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The Canadian Experiment in Cost-Sharing and its Effects on Access to Higher Education, 1990–2002

  • Ross Finnie
  • Alex Usher
Part of the Higher Education Dynamics book series (HEDY, volume 14)

Over the 1990s and into the new millennium, the financing of postsecondary education underwent considerable changes in Canada. During the middle part of the earlier decade, institutions saw a real fall in their income from government sources, while students and their families were called upon to at least partly fill this gap through a doubling of tuition fees (in real terms). Canada thus experienced a significant shift in the cost-sharing of postsecondary education, with the proportion of institutional revenue made up of government operating grants dropping from 80% to 60% and much of this gap being made up through higher student fees (Robertson 2003). At the same time, important changes were made to the student financial aid system, as governments shifted spending from need-based aid (grants and loans) to non-need-based aid (especially tax credits).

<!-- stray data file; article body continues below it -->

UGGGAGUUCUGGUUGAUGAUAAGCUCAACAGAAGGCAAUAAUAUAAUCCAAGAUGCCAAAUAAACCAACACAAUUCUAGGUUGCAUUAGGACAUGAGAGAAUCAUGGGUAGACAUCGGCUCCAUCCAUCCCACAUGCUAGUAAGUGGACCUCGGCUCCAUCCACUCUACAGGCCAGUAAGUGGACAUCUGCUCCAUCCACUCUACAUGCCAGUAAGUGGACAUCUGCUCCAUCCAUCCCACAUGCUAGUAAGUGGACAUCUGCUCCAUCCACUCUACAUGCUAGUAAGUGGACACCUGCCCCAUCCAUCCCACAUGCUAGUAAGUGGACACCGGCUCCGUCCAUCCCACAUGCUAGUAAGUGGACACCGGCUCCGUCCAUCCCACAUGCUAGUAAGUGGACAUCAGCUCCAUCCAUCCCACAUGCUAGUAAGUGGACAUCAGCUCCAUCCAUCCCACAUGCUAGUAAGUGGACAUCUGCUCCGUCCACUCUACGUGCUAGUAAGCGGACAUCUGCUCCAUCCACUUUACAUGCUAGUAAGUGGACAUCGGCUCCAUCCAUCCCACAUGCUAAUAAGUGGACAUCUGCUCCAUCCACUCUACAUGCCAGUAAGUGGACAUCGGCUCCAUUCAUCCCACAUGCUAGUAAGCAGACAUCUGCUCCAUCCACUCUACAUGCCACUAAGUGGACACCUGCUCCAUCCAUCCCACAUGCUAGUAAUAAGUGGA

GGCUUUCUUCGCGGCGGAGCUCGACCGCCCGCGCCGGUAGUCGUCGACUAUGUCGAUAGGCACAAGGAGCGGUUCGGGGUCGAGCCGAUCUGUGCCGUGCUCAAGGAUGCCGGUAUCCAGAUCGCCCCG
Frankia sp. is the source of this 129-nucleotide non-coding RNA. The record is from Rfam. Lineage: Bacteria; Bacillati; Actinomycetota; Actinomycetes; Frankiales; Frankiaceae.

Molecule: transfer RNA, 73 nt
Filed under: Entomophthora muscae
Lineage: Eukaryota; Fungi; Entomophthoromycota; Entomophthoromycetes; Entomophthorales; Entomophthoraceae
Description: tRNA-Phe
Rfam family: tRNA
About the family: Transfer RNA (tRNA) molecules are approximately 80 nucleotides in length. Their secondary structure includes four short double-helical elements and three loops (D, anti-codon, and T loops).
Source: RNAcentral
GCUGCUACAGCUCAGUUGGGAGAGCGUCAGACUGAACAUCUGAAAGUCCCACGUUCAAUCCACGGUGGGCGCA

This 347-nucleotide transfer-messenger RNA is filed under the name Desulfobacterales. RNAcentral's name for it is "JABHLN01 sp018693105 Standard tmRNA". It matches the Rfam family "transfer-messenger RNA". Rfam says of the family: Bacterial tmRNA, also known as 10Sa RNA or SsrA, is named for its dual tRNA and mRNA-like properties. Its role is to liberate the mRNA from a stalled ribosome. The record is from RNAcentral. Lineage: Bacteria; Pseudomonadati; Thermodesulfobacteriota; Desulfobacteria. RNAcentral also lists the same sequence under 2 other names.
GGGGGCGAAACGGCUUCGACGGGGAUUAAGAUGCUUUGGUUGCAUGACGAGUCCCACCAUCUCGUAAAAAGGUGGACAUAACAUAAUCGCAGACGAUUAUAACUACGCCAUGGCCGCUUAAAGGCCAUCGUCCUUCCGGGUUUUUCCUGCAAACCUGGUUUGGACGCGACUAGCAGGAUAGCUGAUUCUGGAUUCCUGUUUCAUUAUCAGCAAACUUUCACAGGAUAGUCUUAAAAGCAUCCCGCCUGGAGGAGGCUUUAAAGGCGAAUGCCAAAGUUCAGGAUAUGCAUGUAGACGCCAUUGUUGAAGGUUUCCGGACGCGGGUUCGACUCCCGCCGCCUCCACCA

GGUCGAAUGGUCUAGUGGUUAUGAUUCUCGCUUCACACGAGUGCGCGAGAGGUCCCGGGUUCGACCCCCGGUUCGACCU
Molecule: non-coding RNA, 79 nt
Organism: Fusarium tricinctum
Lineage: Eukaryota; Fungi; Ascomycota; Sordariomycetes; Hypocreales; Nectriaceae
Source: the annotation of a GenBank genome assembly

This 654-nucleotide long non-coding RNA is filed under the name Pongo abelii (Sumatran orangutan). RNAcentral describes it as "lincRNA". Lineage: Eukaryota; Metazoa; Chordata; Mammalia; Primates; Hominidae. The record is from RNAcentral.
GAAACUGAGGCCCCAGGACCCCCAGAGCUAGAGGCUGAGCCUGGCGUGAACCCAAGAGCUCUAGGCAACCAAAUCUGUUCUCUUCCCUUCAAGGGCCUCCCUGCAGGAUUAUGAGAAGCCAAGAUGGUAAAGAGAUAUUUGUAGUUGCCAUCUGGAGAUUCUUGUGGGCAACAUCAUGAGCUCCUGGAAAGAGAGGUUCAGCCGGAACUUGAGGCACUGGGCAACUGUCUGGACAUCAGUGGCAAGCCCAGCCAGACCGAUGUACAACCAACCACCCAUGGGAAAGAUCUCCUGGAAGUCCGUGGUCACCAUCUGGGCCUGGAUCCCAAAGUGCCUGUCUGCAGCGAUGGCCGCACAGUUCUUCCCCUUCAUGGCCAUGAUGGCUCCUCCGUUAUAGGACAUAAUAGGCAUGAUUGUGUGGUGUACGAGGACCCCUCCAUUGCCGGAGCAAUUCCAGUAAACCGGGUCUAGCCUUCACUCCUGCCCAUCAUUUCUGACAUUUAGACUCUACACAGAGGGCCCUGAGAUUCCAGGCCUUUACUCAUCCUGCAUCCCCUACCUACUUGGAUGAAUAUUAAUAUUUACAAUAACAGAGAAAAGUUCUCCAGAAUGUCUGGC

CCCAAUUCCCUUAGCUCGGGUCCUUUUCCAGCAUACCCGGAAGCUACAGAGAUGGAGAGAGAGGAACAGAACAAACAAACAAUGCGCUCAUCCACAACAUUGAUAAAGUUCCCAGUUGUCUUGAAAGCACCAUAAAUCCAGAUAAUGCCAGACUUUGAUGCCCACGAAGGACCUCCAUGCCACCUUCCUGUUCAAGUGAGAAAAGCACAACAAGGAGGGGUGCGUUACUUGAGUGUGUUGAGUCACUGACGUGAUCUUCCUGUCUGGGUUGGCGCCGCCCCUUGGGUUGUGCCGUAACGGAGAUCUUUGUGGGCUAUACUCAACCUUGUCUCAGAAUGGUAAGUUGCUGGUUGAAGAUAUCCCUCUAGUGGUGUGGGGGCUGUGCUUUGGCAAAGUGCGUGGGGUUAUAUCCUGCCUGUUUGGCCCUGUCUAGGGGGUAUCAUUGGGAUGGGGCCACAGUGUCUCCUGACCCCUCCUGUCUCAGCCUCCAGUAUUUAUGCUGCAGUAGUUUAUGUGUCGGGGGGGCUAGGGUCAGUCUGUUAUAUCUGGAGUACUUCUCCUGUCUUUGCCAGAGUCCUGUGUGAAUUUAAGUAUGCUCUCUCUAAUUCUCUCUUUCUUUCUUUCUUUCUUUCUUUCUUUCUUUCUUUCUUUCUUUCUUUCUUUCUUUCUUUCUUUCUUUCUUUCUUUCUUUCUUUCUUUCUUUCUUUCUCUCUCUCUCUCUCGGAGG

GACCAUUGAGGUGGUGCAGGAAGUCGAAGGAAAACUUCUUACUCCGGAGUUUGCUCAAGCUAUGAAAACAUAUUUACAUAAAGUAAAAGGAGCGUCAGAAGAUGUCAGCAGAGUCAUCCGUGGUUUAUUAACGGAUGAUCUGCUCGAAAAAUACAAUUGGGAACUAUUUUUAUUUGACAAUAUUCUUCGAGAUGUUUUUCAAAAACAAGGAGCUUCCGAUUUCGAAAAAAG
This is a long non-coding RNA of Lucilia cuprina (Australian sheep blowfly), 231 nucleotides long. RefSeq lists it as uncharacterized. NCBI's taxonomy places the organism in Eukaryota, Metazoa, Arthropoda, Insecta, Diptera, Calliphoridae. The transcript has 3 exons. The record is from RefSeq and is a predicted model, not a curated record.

Keywords

Postsecondary Education Supply Curve Student Loan CANADIAN Experiment Loan Limit 
These keywords were added by machine and not by the authors. This process is experimental and the keywords may be updated as the learning algorithm improves.

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Copyright information

© Springer 2008

Authors and Affiliations

  • Ross Finnie
  • Alex Usher

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